The Best American Short Stories 1990

Richard Ford’s tastes obviously run to good, down-to-earth yarns; there is nothing high-flown about these stories. They are about ordinary people—the disenchanted young wife of a fireman, a reformed drug addict, a child of the New York ghetto, an unemployed steelworker—and have in common a preoccupation with the human condition. The antagonists are, for the most part, internal; the tension comes from the protagonists struggling to adapt to, rather than fight, an external reality. Yet the stories are not insular or claustrophobic. There is a kind of healthy outdoorsiness to the selections, and the external world is very real. In one tale, “River of Toys,” the setting is the heart of the story. In another, “Nothing to Ask For,” the last days of an AIDS victim are recounted by a close heterosexual friend.

The writers represented here included established figures such as Richard Bausch as well as younger writers such as Madison Smartt Bell, Padgett Powell, and Dennis McFarland; most of the contributors are American, but Alice Munro, a Canadian writer whose work often appears in these annual volumes, has two stories in this year’s group of twenty.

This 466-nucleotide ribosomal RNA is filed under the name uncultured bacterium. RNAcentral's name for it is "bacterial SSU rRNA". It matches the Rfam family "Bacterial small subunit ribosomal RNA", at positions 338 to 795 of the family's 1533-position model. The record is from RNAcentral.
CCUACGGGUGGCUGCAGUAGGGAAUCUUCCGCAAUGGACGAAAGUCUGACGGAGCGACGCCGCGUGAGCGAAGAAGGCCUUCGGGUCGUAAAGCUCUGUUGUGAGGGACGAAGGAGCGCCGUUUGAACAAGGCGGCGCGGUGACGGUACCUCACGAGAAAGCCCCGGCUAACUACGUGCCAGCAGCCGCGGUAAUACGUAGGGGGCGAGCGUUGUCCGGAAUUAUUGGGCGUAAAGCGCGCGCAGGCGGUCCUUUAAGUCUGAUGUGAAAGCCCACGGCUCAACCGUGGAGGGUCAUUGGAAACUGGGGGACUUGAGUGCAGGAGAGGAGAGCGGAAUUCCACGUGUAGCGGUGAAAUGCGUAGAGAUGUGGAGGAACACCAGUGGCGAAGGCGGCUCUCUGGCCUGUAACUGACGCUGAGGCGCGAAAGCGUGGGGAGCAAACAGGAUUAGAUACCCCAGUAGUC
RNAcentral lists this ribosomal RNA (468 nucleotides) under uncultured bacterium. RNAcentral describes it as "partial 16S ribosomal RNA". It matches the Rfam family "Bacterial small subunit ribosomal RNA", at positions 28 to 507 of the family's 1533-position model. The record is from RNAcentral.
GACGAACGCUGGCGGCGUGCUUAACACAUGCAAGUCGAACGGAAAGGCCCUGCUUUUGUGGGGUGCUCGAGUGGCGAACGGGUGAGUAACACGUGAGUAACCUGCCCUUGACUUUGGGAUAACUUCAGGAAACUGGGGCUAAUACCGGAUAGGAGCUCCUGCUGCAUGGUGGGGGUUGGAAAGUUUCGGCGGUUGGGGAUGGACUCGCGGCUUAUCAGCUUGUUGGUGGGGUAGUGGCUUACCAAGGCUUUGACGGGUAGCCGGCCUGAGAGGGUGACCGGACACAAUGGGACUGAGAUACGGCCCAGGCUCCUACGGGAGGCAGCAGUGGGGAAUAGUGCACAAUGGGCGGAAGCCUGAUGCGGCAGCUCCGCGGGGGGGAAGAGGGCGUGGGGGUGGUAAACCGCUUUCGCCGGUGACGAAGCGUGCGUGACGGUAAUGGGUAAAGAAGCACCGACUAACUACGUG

In addition to the stories themselves, the volume features an interesting section of contributors’ notes in which the births of the stories are described by their authors. The volume also includes a list of one hundred other distinguished stories of 1989 and the addresses of American and Canadian magazines which publish short stories.